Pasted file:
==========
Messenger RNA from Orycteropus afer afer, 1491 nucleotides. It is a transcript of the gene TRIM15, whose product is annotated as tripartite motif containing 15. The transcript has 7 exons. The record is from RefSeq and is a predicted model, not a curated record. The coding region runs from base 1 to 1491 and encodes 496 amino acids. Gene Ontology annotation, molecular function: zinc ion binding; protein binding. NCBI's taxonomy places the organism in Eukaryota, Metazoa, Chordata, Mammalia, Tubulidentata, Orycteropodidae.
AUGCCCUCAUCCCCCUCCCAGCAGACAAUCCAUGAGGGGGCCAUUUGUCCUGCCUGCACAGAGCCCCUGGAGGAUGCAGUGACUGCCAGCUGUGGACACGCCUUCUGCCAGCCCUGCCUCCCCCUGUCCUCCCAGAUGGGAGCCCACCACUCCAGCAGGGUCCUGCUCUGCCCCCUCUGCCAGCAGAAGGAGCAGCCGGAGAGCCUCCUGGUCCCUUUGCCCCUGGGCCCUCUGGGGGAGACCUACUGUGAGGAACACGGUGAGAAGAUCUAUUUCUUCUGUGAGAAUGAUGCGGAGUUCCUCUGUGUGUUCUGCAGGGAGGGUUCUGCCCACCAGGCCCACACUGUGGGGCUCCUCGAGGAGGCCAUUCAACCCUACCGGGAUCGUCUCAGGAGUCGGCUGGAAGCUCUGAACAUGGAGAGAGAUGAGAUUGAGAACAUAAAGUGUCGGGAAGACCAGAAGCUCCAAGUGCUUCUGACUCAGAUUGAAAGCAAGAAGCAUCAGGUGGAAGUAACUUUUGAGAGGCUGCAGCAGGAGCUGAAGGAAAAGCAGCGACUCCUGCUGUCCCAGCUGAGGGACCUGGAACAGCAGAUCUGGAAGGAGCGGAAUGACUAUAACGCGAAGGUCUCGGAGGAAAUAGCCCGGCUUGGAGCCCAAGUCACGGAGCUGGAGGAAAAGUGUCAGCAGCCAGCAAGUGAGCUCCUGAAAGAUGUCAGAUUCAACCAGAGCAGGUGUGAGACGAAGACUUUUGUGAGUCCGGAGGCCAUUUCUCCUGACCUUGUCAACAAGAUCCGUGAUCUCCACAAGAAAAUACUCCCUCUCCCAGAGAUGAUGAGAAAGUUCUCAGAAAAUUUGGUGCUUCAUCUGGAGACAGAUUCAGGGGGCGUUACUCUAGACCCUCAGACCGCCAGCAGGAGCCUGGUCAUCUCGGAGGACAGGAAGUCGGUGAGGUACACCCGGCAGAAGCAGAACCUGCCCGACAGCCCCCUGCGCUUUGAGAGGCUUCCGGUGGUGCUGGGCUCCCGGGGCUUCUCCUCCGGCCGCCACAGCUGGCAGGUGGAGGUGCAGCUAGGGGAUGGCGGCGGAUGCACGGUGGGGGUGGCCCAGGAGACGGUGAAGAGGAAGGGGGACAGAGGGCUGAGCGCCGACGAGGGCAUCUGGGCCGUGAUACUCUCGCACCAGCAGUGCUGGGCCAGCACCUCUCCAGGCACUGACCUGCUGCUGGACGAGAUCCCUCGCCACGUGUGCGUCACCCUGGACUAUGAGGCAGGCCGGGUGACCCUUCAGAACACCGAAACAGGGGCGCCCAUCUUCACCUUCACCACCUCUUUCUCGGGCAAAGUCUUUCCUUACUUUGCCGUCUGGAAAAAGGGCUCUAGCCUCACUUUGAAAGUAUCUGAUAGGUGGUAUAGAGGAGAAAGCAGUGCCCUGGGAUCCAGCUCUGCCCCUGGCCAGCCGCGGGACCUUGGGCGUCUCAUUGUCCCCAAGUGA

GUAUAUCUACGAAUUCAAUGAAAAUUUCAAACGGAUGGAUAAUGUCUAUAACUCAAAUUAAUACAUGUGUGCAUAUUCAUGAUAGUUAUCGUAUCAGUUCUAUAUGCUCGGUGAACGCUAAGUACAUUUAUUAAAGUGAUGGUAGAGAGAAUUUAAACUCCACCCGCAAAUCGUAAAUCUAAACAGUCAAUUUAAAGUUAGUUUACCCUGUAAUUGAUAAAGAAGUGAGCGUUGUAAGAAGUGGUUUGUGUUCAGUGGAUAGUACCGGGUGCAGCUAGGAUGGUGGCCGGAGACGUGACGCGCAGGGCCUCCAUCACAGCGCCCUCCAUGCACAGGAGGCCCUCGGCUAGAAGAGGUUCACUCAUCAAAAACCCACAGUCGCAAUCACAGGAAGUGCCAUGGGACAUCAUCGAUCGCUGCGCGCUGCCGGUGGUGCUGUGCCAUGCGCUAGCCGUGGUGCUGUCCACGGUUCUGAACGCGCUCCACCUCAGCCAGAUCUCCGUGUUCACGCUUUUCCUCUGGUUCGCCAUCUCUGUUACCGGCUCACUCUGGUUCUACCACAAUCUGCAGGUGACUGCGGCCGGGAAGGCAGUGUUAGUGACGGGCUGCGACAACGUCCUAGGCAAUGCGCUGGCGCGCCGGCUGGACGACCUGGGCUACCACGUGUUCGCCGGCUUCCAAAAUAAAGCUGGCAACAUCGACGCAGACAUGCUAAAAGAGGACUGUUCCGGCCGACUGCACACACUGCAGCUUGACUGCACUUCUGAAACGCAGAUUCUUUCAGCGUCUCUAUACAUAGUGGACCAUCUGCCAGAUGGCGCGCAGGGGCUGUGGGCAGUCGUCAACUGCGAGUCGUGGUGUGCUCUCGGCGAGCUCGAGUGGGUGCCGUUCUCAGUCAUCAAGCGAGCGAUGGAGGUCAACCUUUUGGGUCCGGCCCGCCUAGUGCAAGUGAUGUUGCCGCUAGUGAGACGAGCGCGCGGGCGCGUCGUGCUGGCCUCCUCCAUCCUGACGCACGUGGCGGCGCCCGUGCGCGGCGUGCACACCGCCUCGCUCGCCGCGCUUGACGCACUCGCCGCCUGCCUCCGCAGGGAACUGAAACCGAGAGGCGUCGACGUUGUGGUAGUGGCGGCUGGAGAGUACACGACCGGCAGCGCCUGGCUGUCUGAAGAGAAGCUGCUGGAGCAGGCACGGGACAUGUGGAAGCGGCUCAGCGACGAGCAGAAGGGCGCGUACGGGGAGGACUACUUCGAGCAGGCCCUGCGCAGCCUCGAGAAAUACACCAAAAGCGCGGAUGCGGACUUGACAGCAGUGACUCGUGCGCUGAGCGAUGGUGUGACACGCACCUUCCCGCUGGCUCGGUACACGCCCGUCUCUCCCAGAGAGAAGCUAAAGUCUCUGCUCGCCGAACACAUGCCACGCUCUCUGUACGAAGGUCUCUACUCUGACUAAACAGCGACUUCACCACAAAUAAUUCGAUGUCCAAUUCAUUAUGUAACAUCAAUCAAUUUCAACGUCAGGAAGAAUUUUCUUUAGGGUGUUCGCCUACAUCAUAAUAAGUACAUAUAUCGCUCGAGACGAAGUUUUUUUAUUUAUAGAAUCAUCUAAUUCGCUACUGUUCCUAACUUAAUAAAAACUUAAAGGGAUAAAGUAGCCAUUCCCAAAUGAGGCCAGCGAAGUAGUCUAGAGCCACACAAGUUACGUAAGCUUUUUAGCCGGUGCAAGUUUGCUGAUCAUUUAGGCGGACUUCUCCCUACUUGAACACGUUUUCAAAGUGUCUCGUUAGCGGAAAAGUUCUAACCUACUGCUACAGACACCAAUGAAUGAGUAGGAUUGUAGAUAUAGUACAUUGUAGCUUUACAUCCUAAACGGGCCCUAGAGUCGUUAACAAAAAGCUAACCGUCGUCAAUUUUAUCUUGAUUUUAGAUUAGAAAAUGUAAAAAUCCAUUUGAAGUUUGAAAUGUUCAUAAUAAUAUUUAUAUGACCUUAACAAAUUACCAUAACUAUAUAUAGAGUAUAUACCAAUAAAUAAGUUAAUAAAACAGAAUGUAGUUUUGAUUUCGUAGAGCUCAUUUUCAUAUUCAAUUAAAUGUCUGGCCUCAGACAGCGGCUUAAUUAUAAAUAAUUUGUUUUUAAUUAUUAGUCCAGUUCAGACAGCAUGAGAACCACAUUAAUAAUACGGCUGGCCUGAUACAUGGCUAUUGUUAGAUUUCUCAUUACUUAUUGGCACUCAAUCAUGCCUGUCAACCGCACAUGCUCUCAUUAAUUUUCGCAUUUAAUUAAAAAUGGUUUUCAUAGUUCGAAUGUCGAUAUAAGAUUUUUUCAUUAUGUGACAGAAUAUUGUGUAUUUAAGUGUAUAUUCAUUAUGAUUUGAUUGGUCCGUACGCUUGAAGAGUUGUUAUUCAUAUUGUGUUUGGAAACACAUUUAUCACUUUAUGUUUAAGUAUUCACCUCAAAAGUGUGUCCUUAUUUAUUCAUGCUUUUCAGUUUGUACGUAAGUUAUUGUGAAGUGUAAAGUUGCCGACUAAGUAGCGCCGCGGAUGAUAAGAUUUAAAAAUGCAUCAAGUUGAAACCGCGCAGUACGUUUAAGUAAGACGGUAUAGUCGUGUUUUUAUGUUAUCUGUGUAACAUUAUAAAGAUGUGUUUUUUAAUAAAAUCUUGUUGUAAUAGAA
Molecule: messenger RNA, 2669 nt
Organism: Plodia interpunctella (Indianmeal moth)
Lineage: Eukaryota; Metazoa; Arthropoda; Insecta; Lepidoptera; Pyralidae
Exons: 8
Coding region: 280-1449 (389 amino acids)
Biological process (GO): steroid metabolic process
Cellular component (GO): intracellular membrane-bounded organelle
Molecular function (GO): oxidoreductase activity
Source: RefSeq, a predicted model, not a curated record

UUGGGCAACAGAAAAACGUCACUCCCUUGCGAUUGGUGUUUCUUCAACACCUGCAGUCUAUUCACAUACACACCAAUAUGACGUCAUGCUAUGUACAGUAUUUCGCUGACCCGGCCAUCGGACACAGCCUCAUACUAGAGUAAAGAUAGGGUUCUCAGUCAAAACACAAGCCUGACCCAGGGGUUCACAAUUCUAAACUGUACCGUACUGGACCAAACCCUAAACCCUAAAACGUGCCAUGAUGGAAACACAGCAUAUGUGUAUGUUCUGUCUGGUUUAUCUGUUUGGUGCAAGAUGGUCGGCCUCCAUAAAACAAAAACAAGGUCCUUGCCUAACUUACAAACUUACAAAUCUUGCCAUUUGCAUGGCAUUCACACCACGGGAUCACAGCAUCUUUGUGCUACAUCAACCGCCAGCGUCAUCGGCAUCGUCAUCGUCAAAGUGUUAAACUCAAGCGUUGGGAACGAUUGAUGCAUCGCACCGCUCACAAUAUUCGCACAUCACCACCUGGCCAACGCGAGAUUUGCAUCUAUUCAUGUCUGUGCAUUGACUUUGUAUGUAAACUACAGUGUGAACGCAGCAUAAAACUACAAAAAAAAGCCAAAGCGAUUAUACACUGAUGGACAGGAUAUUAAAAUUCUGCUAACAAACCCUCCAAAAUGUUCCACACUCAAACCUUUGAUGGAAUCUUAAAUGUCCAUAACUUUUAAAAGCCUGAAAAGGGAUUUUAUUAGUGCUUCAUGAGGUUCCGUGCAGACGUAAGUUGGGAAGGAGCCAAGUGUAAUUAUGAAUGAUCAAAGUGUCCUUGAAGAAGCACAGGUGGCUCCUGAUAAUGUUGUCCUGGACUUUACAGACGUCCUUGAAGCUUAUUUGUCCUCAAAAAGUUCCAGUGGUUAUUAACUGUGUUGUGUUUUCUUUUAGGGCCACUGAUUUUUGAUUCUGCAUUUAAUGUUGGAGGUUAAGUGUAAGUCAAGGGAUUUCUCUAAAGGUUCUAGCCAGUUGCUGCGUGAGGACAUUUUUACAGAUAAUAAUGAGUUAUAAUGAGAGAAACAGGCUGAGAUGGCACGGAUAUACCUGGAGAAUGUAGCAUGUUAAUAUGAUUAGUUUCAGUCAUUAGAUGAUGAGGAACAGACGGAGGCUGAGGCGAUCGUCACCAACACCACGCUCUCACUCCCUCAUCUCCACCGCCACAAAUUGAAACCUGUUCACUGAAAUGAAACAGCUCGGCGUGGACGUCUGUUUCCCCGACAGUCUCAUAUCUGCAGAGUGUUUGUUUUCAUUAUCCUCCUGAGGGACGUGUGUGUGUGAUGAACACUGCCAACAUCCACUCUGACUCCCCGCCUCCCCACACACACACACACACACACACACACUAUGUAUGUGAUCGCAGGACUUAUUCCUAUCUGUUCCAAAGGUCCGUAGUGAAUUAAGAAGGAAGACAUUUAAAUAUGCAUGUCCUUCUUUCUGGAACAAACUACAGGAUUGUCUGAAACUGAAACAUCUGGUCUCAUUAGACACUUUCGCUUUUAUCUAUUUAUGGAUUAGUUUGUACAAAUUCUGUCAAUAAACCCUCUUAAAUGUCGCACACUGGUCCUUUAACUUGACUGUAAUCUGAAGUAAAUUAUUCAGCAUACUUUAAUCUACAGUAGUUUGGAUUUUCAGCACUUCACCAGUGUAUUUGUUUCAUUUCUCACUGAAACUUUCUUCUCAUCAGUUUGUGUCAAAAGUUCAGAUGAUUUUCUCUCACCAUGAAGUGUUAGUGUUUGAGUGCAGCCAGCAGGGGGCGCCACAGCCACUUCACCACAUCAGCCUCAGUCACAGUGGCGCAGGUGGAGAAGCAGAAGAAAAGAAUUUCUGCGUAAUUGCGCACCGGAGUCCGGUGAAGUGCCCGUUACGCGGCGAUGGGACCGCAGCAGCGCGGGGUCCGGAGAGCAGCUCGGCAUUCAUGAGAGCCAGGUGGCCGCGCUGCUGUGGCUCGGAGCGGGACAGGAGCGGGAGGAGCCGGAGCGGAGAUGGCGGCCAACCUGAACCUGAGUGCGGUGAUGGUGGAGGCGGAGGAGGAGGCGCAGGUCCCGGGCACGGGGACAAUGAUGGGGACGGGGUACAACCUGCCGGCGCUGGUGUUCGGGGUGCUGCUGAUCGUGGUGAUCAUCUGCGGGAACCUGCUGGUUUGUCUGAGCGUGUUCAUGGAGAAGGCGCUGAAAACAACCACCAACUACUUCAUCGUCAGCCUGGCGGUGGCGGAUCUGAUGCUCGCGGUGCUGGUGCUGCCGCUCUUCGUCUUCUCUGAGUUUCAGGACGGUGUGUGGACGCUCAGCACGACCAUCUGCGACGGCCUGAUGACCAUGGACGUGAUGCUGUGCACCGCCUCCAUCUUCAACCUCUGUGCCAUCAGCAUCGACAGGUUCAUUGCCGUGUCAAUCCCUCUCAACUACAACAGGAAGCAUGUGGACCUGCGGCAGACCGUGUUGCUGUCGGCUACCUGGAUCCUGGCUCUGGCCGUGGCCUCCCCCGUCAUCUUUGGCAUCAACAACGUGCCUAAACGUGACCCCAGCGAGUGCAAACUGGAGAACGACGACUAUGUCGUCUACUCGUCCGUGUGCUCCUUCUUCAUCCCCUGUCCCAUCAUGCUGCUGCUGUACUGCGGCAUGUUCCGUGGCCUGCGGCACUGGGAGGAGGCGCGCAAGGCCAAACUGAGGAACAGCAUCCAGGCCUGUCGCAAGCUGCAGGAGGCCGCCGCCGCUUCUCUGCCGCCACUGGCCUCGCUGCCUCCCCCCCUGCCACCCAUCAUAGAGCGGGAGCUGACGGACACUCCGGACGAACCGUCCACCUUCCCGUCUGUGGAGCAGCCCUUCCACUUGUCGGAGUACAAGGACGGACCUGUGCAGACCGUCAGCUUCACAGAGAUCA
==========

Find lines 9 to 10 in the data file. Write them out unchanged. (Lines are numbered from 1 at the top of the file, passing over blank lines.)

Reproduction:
Biological process (GO): steroid metabolic process
Cellular component (GO): intracellular membrane-bounded organelle